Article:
Threat of Potential Entrants – The running shoe has been around longer than Nike has but the company was the one (in my opinion) to modernize the athletic shoe market.  To change the way things had been done in the past and customize shoes on a sport by sport basis.  The Nike Empire was built for its customers and stood by the idea that athletics are constantly evolving and athletes need a company to grow with their desires and needs.  Their buyer loyalty towards the signature swoosh helps create an entry barrier for potential entrants.  Fun fact, Nike only paid $35 to have the signature swoosh designed (Gunderson).  With the big five (Nike, Under Armour, Reebok, Adidas, and New Balance) in shoe manufacturers holding a majority of the market shares; potential entrants are hesitant to attempt to enter into the athletic footwear market.

Bargaining Power of Suppliers – Nike is a company built on good relationships and products that have a lasting quality to meet the needs of all athletes regardless of sport, fitness level, or competition strength.  Shoes in general are built out of basic materials, including rubber and leather; suppliers have little bargaining power over prices, as these are manufactured into something else and the warehouse.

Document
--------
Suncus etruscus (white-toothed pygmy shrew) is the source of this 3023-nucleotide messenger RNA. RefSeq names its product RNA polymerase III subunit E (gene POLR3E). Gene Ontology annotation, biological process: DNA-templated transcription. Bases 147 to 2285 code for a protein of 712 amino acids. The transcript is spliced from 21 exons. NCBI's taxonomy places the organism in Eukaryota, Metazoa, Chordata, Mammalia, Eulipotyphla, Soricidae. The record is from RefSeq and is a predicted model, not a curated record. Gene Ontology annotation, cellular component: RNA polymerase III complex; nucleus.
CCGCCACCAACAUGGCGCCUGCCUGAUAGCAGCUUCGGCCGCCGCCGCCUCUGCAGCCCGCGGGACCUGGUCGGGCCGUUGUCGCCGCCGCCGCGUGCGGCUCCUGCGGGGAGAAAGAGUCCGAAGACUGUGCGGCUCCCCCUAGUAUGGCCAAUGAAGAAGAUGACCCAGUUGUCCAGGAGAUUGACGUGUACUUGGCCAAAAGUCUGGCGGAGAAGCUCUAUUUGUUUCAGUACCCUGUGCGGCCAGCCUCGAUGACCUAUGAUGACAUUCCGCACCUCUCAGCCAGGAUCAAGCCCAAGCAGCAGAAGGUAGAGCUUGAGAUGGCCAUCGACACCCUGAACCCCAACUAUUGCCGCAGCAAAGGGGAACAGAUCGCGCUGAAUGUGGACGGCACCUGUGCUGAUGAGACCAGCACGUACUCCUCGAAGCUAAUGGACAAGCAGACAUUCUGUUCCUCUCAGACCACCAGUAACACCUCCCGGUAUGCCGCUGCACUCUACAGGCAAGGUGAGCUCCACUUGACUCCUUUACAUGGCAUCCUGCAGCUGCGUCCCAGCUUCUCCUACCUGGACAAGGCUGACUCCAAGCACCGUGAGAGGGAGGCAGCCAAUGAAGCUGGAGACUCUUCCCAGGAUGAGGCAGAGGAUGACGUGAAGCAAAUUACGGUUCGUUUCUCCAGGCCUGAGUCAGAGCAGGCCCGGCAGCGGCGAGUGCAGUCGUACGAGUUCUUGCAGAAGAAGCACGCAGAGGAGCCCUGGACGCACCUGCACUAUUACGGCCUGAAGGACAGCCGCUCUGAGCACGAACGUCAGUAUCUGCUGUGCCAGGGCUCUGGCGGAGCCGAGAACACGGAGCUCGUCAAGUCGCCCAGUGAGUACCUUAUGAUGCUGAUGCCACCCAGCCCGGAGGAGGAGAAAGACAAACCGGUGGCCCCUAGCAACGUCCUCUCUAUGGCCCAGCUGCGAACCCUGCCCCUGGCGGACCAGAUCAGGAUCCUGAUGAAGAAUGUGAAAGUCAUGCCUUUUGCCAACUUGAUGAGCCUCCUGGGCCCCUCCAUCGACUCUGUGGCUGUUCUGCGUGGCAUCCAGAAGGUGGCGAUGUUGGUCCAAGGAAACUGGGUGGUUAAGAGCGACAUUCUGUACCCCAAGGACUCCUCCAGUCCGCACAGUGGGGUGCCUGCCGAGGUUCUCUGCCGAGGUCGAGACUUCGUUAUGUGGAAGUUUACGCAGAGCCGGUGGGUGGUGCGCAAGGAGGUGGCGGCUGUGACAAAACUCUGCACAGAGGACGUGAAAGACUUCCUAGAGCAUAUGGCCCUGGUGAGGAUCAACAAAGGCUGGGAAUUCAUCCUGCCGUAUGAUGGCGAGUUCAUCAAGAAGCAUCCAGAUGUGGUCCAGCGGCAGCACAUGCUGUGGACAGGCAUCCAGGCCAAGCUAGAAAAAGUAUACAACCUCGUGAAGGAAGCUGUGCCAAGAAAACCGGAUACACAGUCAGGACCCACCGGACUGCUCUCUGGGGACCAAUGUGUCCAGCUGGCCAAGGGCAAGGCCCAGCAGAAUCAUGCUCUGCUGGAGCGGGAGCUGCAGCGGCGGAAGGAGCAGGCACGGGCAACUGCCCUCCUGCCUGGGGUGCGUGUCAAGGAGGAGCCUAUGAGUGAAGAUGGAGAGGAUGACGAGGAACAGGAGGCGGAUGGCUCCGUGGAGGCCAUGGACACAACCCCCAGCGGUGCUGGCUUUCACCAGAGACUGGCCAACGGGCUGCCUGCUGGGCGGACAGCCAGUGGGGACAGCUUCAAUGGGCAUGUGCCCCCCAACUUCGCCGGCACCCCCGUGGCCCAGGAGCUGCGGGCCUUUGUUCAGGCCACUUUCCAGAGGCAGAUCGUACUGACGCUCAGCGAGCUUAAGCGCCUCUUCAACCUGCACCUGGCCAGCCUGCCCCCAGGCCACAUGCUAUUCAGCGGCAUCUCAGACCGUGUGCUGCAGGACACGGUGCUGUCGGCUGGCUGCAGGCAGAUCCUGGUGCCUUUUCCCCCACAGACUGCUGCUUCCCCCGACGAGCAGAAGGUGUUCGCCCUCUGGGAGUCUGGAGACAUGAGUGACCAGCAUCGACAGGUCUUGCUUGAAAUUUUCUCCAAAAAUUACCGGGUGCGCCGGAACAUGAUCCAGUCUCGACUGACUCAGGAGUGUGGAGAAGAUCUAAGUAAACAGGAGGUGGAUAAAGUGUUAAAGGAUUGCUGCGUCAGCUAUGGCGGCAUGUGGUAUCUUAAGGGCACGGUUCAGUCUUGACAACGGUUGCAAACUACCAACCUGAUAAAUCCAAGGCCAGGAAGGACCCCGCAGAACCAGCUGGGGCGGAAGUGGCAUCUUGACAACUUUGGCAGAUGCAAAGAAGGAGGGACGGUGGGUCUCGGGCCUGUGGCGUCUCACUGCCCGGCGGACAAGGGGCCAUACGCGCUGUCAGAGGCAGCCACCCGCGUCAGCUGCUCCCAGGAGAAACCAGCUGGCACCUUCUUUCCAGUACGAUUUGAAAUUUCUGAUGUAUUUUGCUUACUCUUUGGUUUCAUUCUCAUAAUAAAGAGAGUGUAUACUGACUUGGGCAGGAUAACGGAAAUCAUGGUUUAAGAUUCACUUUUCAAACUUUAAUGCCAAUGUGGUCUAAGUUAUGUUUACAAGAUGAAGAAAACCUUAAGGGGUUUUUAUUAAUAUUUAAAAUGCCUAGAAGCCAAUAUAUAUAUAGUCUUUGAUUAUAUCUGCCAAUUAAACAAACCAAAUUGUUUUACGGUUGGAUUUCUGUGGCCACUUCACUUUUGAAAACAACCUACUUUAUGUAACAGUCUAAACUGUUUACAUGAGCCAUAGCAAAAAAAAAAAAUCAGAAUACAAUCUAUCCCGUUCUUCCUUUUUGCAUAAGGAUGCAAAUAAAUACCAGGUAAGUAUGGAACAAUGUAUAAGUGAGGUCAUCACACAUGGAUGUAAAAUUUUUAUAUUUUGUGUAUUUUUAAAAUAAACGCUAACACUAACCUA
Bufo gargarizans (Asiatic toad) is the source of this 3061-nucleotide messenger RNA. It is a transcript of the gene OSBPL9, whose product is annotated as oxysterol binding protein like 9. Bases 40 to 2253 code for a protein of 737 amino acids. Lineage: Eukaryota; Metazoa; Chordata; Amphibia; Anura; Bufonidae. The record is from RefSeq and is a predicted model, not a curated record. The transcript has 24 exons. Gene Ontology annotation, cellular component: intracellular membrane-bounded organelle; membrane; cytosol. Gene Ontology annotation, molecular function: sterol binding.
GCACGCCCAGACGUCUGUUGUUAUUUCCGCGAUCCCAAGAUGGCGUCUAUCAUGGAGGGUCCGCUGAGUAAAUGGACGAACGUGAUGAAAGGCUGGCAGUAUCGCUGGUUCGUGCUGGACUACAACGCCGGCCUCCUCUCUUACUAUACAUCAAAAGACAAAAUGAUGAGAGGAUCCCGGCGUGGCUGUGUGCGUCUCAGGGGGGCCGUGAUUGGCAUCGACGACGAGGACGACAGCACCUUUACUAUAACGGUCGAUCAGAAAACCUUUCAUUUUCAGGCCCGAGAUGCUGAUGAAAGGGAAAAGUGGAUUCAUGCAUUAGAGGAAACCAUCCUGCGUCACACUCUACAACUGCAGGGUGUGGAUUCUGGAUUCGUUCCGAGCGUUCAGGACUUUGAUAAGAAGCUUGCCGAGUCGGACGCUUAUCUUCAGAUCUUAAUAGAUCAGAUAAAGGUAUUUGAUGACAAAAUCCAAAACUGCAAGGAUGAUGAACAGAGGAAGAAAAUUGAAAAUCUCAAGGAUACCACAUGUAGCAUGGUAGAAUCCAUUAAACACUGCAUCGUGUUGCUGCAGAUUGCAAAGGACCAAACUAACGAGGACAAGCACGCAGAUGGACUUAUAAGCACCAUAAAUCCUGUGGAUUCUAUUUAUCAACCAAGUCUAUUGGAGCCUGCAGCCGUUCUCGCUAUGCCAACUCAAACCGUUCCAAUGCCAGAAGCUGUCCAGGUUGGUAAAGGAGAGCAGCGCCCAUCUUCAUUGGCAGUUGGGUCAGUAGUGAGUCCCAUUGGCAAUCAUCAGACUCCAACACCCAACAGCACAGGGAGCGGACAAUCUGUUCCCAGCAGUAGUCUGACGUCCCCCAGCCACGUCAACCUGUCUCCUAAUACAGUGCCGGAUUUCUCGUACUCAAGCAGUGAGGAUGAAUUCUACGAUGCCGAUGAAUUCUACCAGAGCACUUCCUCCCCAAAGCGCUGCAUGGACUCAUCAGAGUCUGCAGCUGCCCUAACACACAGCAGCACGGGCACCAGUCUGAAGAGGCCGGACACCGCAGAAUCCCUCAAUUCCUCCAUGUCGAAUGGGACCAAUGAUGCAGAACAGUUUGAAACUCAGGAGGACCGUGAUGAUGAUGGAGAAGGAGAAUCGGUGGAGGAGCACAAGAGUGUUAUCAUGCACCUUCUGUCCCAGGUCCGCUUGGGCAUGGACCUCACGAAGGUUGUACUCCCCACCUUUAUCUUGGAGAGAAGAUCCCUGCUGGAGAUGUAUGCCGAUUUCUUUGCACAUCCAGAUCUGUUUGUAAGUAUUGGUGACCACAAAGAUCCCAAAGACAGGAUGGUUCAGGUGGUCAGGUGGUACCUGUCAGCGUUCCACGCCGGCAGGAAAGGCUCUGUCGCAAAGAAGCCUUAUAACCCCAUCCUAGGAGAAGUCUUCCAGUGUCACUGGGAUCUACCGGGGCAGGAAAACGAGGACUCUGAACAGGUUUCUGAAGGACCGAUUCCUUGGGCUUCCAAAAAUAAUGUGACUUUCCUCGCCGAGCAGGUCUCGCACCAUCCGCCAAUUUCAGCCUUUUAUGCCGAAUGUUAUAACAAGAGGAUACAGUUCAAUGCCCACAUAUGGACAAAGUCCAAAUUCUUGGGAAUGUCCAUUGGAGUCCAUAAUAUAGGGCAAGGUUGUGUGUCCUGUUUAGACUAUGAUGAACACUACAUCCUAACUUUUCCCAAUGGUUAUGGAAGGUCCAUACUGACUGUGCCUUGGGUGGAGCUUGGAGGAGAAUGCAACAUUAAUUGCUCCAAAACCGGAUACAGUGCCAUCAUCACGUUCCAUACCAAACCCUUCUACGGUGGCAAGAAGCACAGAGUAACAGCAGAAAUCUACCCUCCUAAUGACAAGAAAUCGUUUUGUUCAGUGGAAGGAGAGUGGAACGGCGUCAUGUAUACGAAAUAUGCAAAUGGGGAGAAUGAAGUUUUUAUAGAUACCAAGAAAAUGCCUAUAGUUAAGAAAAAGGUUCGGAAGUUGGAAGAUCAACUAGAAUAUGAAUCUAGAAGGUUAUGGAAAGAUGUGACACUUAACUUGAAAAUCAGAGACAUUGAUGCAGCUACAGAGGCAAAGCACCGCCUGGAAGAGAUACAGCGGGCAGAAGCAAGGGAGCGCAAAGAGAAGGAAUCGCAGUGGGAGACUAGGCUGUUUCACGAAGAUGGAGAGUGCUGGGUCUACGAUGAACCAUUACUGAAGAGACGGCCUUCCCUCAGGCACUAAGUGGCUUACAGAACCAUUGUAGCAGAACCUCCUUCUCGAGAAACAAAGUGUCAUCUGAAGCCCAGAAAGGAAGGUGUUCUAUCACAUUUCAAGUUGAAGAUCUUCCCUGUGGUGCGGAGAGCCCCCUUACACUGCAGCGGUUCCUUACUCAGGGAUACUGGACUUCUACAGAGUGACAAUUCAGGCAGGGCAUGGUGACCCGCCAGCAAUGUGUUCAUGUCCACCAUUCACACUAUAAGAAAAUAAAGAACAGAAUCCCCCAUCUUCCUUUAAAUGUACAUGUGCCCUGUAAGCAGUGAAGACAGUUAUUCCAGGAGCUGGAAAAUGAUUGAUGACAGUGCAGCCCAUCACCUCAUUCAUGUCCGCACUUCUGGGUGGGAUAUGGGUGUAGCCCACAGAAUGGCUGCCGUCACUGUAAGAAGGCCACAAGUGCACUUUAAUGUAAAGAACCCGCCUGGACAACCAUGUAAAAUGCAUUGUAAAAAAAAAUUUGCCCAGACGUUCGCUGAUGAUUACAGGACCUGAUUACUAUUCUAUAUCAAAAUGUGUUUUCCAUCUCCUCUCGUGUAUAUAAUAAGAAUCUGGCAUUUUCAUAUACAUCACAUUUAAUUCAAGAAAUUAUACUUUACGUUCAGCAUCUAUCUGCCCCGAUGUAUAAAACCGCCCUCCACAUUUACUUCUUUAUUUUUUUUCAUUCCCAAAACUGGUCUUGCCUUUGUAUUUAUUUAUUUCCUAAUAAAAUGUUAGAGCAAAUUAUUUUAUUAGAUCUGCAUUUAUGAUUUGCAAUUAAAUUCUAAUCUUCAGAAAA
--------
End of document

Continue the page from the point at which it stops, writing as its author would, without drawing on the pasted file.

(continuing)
Bargaining Power of Buyers – Brand loyalty is a staple of Nike’s company.  Customers choose to buy from Nike based on what they grew up with.  It is often innate for Nike loyalists to go to purchase a Nike shoe over that of its competitors.  These loyalists dictate a lot of things and can alter Nike’s success if they are not happy.  Nike has to think twice before discontinuing or changing popular products.  Nike loyalist grow accustom to certain things and when things are altered it can either work in Nike’s favor or be a negative (shoppers may choose to go to a rival and purchase their like merchandise and cause a loss for Nike.  Buyers also have the power to dictate price.  Nike offers a high quality and moderately priced good to the masses.  In terms of Nike running shoes, their prices on Eastbay.com, averaged typically between $80 and $100.  This is in comparison to Under Armour which ran from approximately $100 to $120.  I will never not be brand loyal to Nike but I know and recognize that there are other brands out there for sale.  I was having problems with my feet last year and was told I should try a pair of New Balance running shoes because they are better for people with extremely high arches like I have.  I bought them but I have only worn them once because I am convinced they hurt my feet.  I know deep down they do not but because they are not Nike there has to be something wrong with them.  For me however, I do not know if I will ever be able to fully accept another brand, at least when it comes to my athletic shoes.